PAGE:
It's gratifying to see that a official time-honored document exists for engineers from all walks of life as there does for medical practitioners in the form of the Hippocratic Oath. The tenet that personally rung a chord with me is (1)
The Critical Engineer considers any technology depended upon to be both a challenge and a threat. The greater the dependence on a technology the greater the need to study and expose its inner workings, regardless of ownership or legal provision.
Up until this point in my creative and technical career I have been guilty of relying on a handful of tools well within my comfort zone to reify my creative vision, but it is becoming increasingly evident to me that this reliance on my staple technologies (Unity and Blender to name a few) is becoming a crutch to the point where I frame all my projects in terms of what these tools will allow me to accomplish, and thereby fail to do justice to my creative intent. (Incidentally when I introduced myself to the class, this is the core of what I was trying to express).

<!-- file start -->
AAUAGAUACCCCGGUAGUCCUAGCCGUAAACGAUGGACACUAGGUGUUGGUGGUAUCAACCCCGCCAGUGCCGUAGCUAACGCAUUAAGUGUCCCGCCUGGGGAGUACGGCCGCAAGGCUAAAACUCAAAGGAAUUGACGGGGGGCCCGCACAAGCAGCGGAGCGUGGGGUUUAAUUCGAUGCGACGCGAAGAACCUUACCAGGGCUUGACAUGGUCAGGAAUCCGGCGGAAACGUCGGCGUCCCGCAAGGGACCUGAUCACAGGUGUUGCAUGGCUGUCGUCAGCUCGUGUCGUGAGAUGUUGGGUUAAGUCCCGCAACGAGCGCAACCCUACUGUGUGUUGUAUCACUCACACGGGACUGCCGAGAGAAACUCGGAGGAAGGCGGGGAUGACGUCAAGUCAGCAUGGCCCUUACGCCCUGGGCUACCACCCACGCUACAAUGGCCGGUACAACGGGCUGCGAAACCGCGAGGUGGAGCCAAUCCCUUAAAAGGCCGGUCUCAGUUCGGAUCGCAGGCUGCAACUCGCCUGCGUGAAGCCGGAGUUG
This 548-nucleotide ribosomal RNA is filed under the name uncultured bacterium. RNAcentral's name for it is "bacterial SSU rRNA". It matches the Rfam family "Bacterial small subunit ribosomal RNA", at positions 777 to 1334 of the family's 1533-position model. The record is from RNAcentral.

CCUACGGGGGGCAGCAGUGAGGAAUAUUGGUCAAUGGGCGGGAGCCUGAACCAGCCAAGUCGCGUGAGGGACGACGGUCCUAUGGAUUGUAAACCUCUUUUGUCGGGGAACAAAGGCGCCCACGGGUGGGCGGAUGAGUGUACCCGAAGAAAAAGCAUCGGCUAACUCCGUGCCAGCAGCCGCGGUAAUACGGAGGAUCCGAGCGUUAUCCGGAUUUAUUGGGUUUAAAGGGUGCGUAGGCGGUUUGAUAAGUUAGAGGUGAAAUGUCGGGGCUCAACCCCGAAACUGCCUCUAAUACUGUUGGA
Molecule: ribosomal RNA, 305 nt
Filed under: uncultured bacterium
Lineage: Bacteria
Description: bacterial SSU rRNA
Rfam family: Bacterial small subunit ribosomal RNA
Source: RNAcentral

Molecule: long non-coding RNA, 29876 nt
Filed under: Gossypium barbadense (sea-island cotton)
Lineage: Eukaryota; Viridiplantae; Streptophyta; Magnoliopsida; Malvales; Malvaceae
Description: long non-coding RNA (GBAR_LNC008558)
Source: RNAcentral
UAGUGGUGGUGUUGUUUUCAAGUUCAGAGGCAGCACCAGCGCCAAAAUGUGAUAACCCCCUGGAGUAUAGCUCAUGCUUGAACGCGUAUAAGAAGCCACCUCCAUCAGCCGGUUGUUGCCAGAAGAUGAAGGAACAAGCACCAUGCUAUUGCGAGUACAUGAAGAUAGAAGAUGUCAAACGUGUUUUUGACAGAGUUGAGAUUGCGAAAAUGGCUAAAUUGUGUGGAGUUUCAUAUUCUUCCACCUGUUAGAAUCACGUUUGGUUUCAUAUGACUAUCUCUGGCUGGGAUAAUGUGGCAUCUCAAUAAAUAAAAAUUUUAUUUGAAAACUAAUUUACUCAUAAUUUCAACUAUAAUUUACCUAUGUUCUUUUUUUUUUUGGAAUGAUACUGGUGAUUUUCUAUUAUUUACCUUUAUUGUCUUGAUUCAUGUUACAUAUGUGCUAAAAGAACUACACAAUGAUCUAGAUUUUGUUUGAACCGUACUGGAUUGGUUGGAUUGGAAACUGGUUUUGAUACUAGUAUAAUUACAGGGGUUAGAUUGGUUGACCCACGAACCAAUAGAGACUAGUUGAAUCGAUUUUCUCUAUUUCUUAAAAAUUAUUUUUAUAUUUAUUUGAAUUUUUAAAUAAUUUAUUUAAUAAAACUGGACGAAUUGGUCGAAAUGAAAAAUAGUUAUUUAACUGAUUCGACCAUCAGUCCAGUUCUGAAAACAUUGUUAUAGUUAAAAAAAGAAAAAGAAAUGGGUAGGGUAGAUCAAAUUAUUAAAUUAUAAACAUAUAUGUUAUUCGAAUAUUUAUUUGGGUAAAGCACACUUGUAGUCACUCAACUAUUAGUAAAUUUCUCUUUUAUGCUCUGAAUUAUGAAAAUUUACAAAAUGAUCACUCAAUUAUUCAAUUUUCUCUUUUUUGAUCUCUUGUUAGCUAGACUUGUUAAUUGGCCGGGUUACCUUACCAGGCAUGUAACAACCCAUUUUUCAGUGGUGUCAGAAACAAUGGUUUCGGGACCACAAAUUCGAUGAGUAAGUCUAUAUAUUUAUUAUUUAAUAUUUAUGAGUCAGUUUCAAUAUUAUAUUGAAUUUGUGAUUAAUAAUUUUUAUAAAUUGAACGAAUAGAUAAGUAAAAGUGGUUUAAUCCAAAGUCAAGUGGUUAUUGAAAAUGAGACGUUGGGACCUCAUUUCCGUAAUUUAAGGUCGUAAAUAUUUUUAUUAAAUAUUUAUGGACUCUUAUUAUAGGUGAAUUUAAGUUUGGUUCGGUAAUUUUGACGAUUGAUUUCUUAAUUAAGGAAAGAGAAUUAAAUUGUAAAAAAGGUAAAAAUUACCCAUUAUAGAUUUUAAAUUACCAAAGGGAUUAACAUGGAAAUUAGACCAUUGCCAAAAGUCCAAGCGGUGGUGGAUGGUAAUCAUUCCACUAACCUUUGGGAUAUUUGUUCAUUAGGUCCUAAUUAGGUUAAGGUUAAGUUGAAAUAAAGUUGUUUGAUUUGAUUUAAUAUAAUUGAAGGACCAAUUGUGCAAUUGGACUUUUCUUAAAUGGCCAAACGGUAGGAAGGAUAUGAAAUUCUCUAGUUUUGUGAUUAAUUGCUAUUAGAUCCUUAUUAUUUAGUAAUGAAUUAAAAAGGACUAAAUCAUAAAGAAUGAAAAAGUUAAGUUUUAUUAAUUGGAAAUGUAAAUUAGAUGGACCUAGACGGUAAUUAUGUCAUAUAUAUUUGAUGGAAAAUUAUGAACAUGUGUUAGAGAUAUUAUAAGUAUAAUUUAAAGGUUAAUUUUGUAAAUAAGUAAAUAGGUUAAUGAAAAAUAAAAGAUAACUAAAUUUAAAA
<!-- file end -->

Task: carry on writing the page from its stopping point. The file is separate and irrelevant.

The engineers I respect the most, both in pop culture as well as real life, are the ones that can make the best of any situation. The engineers that raise no qualms about not knowing a certain language, pipeline or tool and invest themselves in learning said skills seem to be boundless in their creative capabilities.
This semester I am going to focus on what I see as being "language agnostic", I will boil down the core components of what I am learning so that I may adapt to any method of producing creative content. I noted some degree of parallel between (1) and (5), because ultimately all engineers are also users, and thus engineered by the products we use. I am going to strive to be a creative professional rather than a "Unity expert" or a "Java guru" (although the latter 2 labels would also be formidable to say the least).